So, how are you feeling, Bobby?”

Well, really I feel pretty great… certainly better than I deserve!

As a physician, I don’t get that answer a whole lot.  Most of my time is spent either tracking down what’s causing someone to feel poorly, or at least trying to correct unhealthy pathways that are leading toward sickness.  But having some sense of the countless things that can potentially go wrong with the human body does give me an appreciation for what an amazing apparatus it is and how much is going right at any given time.

A sentence in the New Testament of the Bible says, “Every good thing given and every perfect gift is from above, coming down from the Father of lights….”  The human body is one of those remarkable good gifts, and this time of year is a good time to stop a moment and be amazed and thankful for it.

Consider just a few of its stunning qualities:

  • There are 2.5 trillion red blood cells in your body at any moment. To maintain this number, about two and a half million new ones need to be produced every second by your bone marrow.
  • Overall, 25 million new cells are being produced by your body each second
  • As you read this article, nerve impulses are traveling to and from your brain as fast as 170 miles per hour
  • You have 60,000 miles of blood vessels tucked inside of you. End to end they could go around the earth twice and have 10,000 miles to spare.
  • The acid in your stomach is strong enough to dissolve razorblades.
  • Fortunately, you get a new stomach lining every three to four days to keep you protected from that harsh acid bath.
  • The surface area of a human lung is equal to a tennis court, allowing for plenty of surface area for oxygen to be absorbed into the blood stream.
  • So far researchers have counted over 500 different liver functions.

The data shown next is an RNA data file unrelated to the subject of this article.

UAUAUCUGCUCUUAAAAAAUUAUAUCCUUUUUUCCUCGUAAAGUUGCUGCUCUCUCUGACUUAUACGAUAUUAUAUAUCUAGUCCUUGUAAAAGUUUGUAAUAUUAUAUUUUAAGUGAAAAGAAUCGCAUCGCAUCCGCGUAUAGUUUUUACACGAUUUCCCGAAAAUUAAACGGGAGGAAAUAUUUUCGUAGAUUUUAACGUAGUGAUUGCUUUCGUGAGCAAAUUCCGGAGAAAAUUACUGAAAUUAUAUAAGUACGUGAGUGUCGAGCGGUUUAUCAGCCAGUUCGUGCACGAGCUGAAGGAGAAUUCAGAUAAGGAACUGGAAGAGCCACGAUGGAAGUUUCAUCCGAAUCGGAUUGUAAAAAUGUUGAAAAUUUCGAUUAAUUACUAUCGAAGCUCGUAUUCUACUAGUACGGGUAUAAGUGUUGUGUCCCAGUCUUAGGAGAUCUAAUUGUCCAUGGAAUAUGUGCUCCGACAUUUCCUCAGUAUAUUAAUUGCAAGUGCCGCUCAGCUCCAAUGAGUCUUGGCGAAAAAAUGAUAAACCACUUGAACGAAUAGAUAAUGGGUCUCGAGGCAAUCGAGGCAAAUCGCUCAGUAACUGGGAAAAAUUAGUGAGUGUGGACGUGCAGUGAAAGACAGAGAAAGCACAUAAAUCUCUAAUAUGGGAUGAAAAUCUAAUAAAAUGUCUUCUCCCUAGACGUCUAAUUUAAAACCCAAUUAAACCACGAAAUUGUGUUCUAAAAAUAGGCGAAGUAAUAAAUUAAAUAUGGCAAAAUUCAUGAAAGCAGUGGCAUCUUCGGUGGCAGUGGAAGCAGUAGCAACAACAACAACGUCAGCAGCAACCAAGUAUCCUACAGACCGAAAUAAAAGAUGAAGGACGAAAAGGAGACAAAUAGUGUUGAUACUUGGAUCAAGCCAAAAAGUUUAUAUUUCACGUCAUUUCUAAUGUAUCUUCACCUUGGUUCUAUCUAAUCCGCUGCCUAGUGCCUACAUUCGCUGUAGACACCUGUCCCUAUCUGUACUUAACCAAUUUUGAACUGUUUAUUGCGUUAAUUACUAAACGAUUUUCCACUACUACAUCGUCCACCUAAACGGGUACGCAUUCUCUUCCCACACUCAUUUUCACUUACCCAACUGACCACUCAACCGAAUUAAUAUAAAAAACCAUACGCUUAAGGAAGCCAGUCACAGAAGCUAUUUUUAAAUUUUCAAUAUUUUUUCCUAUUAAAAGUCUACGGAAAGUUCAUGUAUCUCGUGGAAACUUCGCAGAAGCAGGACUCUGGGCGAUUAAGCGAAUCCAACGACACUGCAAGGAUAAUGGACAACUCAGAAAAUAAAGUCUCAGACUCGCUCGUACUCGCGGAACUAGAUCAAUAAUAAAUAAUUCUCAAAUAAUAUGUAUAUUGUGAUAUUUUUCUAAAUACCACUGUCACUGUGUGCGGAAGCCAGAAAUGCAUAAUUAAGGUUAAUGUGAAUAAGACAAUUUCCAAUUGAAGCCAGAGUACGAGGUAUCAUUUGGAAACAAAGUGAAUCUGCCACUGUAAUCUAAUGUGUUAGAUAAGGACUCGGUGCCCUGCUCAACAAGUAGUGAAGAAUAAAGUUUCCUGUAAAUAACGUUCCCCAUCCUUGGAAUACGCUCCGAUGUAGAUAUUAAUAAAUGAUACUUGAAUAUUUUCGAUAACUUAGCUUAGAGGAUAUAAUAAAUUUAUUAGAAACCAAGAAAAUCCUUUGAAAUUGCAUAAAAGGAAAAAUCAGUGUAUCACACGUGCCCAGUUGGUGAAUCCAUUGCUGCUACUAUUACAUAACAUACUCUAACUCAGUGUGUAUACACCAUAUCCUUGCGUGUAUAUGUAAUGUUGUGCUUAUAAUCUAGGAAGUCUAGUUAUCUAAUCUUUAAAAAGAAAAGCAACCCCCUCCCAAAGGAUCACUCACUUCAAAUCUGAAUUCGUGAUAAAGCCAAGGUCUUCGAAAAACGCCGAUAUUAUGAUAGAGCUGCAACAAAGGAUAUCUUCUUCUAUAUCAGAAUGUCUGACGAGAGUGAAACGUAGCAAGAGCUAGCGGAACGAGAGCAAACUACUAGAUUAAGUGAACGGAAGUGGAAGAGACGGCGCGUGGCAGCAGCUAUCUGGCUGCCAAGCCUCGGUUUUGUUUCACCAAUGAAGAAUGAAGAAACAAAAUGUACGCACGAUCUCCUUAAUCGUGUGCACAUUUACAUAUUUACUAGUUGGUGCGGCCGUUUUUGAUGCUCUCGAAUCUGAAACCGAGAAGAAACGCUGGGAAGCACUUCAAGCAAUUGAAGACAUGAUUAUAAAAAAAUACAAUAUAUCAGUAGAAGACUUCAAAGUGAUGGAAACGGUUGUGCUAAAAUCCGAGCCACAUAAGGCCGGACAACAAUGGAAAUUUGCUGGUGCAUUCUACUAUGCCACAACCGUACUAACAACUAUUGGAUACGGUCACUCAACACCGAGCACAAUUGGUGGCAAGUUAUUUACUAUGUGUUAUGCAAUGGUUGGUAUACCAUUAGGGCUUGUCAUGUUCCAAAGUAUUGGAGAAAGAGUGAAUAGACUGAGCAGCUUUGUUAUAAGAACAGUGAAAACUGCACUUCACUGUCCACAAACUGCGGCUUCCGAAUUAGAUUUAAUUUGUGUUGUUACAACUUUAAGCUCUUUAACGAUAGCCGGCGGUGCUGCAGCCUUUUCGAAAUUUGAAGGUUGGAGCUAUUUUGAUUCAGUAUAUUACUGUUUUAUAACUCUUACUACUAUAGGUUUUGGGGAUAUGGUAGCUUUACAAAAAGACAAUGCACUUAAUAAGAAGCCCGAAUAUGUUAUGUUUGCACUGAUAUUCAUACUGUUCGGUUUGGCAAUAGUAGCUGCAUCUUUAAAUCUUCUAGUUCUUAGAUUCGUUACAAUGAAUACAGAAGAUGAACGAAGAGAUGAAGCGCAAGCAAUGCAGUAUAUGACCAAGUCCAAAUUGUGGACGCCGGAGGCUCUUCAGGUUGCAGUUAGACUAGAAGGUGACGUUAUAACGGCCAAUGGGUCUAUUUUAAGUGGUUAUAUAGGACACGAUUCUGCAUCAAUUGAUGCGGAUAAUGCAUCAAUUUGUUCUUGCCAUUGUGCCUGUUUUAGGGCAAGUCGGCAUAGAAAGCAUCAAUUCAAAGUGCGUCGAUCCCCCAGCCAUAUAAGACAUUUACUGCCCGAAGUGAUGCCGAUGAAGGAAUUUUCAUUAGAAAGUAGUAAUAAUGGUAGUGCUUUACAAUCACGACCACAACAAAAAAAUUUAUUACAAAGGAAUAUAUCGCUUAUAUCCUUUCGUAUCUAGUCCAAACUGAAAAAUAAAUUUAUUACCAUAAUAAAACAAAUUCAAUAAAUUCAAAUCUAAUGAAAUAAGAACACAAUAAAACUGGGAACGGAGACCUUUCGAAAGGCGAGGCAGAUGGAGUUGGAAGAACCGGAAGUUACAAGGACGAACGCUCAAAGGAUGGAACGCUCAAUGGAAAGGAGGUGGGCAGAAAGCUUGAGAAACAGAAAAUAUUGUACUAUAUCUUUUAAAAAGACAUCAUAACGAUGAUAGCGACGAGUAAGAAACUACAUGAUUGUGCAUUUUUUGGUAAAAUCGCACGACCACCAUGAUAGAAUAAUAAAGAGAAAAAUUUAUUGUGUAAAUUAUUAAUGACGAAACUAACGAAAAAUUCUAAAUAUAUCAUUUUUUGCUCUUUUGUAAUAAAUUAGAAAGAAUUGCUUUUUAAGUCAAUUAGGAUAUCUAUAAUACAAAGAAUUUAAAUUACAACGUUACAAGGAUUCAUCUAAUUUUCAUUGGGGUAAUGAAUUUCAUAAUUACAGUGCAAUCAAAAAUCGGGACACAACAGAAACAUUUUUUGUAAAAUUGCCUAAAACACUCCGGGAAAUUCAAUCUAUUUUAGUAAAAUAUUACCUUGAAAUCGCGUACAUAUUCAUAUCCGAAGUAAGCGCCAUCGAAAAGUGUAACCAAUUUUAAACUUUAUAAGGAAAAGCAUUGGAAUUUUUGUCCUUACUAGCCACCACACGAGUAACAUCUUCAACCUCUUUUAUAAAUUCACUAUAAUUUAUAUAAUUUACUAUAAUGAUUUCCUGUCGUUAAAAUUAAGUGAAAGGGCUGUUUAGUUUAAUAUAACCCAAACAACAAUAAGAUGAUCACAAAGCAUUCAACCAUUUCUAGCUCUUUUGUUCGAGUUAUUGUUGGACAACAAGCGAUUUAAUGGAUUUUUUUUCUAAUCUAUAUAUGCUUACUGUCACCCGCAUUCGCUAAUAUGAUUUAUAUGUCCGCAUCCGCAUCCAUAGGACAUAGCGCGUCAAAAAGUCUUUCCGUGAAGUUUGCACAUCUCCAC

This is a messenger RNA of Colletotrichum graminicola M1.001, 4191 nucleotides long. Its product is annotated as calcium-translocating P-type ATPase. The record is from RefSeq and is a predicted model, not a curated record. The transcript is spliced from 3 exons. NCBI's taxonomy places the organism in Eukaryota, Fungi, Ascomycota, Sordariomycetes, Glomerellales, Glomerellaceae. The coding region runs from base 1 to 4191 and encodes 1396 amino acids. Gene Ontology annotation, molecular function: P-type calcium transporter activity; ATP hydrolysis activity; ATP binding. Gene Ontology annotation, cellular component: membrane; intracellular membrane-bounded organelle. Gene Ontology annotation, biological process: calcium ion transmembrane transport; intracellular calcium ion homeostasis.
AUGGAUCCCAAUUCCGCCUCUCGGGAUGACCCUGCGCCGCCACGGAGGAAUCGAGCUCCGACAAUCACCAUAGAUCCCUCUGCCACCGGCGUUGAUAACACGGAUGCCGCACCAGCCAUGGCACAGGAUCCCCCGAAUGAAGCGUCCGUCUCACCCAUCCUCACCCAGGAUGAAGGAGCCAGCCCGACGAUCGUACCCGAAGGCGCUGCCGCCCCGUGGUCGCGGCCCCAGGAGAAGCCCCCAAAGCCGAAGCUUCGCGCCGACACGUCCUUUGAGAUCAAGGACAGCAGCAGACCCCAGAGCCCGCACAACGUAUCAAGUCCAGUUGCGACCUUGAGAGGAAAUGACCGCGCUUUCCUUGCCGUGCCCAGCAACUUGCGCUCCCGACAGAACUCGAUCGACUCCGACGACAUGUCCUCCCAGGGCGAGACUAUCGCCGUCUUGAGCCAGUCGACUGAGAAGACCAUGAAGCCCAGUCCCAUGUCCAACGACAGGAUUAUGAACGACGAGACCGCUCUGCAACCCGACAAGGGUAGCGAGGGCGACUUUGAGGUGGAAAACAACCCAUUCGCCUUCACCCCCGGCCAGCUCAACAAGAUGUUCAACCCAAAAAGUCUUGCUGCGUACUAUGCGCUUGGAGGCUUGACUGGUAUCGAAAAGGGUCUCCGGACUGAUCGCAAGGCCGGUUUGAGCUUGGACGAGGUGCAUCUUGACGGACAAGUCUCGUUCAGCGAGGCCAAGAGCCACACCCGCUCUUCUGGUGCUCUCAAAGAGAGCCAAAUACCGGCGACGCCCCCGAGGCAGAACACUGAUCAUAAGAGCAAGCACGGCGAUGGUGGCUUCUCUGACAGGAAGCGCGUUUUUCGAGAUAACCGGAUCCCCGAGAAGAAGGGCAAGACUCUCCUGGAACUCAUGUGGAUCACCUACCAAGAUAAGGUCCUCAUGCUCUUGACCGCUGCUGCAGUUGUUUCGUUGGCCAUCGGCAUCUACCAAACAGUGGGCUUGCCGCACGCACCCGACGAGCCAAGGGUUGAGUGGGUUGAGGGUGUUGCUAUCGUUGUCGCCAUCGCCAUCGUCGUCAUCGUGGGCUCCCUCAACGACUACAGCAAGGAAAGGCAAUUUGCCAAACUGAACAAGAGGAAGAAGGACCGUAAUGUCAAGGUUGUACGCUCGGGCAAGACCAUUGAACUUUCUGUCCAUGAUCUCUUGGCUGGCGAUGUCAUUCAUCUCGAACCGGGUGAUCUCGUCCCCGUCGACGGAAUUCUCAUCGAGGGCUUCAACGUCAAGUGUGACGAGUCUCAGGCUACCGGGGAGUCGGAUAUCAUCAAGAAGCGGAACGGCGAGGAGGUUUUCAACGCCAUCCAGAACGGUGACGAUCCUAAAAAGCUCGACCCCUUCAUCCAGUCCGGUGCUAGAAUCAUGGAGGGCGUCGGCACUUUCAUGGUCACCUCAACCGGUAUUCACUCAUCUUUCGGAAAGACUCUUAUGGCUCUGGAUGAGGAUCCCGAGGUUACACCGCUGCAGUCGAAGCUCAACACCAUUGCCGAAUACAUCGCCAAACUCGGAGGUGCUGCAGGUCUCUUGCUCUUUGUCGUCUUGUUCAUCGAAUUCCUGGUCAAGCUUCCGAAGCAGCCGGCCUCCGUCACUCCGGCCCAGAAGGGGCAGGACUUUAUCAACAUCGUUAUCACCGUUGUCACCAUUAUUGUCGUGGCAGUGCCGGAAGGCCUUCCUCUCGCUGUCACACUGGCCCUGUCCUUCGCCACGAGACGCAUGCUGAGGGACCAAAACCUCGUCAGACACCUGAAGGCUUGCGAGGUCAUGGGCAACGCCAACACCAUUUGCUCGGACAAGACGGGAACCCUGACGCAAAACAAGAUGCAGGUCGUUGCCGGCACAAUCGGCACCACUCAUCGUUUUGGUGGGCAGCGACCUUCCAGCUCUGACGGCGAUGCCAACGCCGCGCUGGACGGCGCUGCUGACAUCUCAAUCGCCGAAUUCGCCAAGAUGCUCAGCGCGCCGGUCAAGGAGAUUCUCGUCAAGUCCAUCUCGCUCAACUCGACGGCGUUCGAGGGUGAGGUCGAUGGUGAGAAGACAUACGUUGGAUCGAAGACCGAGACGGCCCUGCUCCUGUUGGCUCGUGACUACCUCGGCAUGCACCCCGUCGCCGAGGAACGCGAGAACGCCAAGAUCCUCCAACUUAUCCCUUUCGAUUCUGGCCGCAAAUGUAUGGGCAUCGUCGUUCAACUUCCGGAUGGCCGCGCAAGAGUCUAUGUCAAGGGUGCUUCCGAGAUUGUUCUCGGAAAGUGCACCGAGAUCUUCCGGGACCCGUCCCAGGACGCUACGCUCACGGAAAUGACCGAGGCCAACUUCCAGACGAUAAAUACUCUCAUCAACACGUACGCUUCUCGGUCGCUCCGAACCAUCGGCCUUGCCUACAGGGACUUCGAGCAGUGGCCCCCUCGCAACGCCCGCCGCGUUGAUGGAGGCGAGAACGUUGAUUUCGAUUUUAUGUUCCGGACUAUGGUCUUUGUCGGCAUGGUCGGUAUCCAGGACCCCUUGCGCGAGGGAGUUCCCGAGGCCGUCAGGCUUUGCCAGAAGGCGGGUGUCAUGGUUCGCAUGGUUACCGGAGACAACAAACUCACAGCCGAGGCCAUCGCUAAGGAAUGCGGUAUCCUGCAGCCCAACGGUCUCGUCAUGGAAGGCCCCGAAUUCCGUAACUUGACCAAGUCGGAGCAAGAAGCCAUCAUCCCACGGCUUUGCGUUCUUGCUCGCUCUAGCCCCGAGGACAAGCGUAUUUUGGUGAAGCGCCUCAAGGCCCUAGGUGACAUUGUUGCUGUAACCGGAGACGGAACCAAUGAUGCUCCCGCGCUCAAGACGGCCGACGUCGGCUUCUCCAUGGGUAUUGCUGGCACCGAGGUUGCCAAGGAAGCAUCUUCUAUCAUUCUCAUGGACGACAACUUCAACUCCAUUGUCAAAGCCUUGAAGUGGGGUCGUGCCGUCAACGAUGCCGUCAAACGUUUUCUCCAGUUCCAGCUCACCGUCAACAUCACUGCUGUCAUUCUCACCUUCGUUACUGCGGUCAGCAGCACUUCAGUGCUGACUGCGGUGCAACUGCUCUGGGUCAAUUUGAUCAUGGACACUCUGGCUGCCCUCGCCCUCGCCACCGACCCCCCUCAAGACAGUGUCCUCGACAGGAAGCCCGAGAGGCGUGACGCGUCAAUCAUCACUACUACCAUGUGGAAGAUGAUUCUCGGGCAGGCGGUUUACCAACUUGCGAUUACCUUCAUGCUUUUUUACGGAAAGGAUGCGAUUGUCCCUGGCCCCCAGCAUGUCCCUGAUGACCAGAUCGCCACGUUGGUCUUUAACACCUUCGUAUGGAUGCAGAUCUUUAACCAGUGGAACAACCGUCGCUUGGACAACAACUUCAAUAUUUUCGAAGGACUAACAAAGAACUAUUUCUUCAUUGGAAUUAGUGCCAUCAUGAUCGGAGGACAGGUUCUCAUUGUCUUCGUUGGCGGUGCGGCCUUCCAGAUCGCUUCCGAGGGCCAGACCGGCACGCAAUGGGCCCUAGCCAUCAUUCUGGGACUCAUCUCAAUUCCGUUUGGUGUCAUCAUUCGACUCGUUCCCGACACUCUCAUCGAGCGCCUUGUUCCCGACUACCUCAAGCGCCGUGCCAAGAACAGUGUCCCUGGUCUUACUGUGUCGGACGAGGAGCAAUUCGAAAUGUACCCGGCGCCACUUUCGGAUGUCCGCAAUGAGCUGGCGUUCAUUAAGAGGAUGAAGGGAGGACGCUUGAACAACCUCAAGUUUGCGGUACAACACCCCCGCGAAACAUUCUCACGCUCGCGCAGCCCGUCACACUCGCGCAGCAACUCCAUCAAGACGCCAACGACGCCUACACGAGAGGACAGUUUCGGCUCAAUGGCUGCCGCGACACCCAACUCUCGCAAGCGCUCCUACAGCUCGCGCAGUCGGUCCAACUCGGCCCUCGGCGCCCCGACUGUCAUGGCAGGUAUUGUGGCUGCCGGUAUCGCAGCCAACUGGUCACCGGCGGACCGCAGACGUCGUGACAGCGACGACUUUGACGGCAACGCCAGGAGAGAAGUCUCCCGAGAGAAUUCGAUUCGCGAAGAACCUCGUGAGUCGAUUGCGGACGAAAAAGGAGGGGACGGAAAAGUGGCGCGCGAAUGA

• Your nose can remember 50,000 different scents and many are strongly tied to memories.
  • Even earwax production is necessary for good ear health. It’s actually a very important part of your ear’s defense system protecting the delicate inner ear from bacteria, fungus, dirt, insects and dehydration.
  • Tears and mucus contain an enzyme (lysozyme) that breaks down the cell wall of many bacteria. And so the mucus that lines your nose and throat, as well as the tears that wet your eyes are helping to prevent bacteria from infecting those areas and making you sick.
  • In one day, your heart beats 100,000 times; about 3 billion beats in a typical life time.
  • The ear has over 25,000 tiny hair cells to help us hear each and every sound
  • As you look around, your brain is almost effortlessly translating the 2-dimensional light patterns hitting the back of your eye into a full color 3-dimensional world for you to enjoy and interact with.
  • It takes 17 muscles to smile and 43 to frown; give your face the easier job today.

We have been created with an amazing servant, our body.  As we approach this Thanksgiving I hope you’ll take a moment to be thankful for this amazing gift, to steward it well,  and to use it to serve your Creator and your fellow creatures.